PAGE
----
Front plates are a hassle to install by car dealers and consumers. Important safety technology such as proximity and traffic sensors are present on the front bumpers of modern cars, which impede and can be damaged by attempts to install a front plate. The resale value of a car goes down tremendously once holes have been drilled into the front bumper. Eliminating front license plates protects the aesthetic contours of cars so that drivers aren't forced to disfigure their cars with the dreaded "metal mustache".

Manufacturing and delivering front plates to every car owner in the state incurs an enormous cost to drivers, placing a disproportionately greater burden on our poorest citizens, who are already struggling to make ends meet.

The money saved by the state by forgoing the second (front) plate is a lifeline to critical infrastructure projects that provide vital services to our citizens. The savings will minimize disruption to these services while at the same time not further overburdening our tax payers.

Now is the time to implement common sense cost-saving measures such as the elimination of front license plates. If we don't take action now, our state is going to suffer: state employees may need to be laid off, pensions may go unpaid, and citizens will lose access to vital services.

There is an increasing appreciation among state administrators of the advantages to switching to a single license plate, and a growing momentum to eliminate the front plate. The Governor of Ohio has recently signed a bill requiring a single license plate on the rear of vehicles, thus making Ohio the 20th state in the nation to ditch the front plate. Similarly, the Canadian province of New Brunswick, which borders Maine, also got rid of front license plates last summer.

There is absolutely no excuse for Nebraska to continue requiring two license plates. Money and resources will be saved when a single plate is produced and delivered to car owners. Ceasing to manufacture front license plates would also conserve non-renewable natural resources such as aluminum and fuel.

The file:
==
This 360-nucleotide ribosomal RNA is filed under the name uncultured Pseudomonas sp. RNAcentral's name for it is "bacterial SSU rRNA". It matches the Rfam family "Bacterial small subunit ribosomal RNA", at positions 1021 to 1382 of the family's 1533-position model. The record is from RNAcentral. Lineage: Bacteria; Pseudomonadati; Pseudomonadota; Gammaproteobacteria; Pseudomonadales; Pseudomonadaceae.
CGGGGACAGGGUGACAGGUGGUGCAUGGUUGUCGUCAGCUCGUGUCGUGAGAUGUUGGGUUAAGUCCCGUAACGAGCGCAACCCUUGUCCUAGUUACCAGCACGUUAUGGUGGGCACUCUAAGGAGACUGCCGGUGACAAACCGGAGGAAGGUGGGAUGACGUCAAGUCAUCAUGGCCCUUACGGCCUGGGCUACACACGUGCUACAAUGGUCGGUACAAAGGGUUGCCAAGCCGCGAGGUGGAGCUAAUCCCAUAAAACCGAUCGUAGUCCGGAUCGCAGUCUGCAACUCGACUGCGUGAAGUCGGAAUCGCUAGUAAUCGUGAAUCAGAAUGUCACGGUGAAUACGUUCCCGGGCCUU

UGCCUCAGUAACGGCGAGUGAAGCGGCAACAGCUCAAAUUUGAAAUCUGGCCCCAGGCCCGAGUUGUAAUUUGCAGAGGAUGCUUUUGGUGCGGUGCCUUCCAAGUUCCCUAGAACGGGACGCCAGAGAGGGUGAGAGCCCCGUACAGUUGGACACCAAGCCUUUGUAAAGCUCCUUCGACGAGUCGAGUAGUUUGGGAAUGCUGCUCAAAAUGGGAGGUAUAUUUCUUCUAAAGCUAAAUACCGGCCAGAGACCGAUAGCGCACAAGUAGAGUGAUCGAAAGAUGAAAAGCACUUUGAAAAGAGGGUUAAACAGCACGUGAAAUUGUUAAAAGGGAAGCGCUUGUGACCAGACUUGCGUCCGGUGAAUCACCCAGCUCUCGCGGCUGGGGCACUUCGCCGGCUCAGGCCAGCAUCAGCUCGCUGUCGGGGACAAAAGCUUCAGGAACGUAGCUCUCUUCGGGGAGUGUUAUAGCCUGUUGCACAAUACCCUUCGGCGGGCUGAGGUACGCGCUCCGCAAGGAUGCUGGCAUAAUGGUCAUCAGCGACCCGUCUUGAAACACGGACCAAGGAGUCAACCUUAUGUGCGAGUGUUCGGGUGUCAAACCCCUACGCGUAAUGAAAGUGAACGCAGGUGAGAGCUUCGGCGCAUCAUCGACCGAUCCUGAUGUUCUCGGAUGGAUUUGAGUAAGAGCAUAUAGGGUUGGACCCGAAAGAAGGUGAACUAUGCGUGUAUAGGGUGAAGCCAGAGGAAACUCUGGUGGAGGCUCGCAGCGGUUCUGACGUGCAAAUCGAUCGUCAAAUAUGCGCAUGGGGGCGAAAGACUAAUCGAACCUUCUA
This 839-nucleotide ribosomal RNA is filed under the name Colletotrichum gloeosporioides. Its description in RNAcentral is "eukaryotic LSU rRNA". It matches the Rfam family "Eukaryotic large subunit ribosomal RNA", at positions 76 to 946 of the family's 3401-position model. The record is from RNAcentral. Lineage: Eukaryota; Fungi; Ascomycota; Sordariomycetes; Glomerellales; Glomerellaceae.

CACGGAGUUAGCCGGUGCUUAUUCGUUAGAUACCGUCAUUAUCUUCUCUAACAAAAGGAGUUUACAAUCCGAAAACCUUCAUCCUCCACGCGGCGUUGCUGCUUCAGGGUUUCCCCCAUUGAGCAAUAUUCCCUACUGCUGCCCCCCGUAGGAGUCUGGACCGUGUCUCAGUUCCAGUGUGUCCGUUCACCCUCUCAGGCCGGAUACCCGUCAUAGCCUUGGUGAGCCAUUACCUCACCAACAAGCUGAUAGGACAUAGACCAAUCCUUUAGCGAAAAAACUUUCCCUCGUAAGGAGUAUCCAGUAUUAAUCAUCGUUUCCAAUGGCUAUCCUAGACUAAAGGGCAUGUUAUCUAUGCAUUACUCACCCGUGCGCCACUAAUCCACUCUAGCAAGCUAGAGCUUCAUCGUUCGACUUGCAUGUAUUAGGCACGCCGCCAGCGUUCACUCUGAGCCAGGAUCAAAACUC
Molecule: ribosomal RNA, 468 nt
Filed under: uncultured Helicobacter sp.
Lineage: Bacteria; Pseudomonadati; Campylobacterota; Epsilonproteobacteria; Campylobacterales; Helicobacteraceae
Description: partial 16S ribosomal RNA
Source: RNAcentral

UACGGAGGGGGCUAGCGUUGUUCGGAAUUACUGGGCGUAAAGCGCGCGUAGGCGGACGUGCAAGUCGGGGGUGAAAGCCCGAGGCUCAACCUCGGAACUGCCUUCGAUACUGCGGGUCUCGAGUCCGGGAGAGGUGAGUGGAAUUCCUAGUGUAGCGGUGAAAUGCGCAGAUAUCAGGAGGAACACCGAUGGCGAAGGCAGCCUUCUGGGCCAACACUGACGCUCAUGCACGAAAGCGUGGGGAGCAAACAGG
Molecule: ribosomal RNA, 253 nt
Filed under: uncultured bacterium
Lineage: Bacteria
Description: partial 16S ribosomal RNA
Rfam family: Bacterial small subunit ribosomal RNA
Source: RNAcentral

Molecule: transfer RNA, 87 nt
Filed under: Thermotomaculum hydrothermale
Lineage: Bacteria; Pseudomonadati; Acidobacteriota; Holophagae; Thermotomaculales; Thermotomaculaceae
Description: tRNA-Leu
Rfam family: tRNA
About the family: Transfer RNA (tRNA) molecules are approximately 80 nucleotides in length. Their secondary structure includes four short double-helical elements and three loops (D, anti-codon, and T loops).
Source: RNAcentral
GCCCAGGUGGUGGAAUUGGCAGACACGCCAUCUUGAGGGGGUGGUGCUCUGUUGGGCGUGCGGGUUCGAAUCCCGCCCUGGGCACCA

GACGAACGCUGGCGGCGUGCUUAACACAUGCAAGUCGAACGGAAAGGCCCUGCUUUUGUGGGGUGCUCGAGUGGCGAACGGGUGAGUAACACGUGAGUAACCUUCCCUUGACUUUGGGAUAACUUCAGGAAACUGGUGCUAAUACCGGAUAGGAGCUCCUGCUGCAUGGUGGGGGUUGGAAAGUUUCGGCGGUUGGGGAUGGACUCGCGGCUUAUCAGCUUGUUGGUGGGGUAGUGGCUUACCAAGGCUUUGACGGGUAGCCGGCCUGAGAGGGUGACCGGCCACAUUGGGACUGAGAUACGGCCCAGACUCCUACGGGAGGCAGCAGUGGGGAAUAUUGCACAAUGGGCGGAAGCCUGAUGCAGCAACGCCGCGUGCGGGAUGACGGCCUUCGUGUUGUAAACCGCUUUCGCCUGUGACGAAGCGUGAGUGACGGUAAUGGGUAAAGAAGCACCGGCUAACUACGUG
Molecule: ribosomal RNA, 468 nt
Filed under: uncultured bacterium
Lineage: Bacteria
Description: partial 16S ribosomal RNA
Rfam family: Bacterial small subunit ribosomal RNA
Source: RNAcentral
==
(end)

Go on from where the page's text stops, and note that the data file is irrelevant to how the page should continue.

In this precarious financial environment, it is more important than ever to trim the budget fat and ensure our state's fiscal health in the years to come. By making common sense changes such as getting rid of front plates, we will be preparing our state for a future when the tax revenue starts to dry up due to the crisis. It is our duty to ensure that our state is prepared to withstand whatever dire circumstances it may confront. I therefore plead with you to support LB 38.

I would like to end by expressing my sincere appreciation for all the hard work that you have put into improving the lives of the people of Nebraska. Your support of making Nebraska the 21st state in the nation to require a single license plate wound mean a lot to me and countless other Nebraska drivers!

Thank you very much for your consideration.

Sincerely,

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Iowa template letter below:
Subject: Support SF193, HF2028 and a single license plate

Dear Senator/Representative/Governor Name,

I urge you to support SF 193 and HF 2028, which would require a single license plate on the back of cars.

A front license plate is redundant and unnecessary when the rear plate is already present. In fact, 19 states have already dumped the front plate, and people in those states are very happy with this. Those states run just fine and have not descended into chaos. No state has switched from one plate to two plates in several decades, and it is easy to understand why: drivers, who make up the vast majority of citizens, loathe to wake up one morning to the nightmare of being told to drill holes into their cars.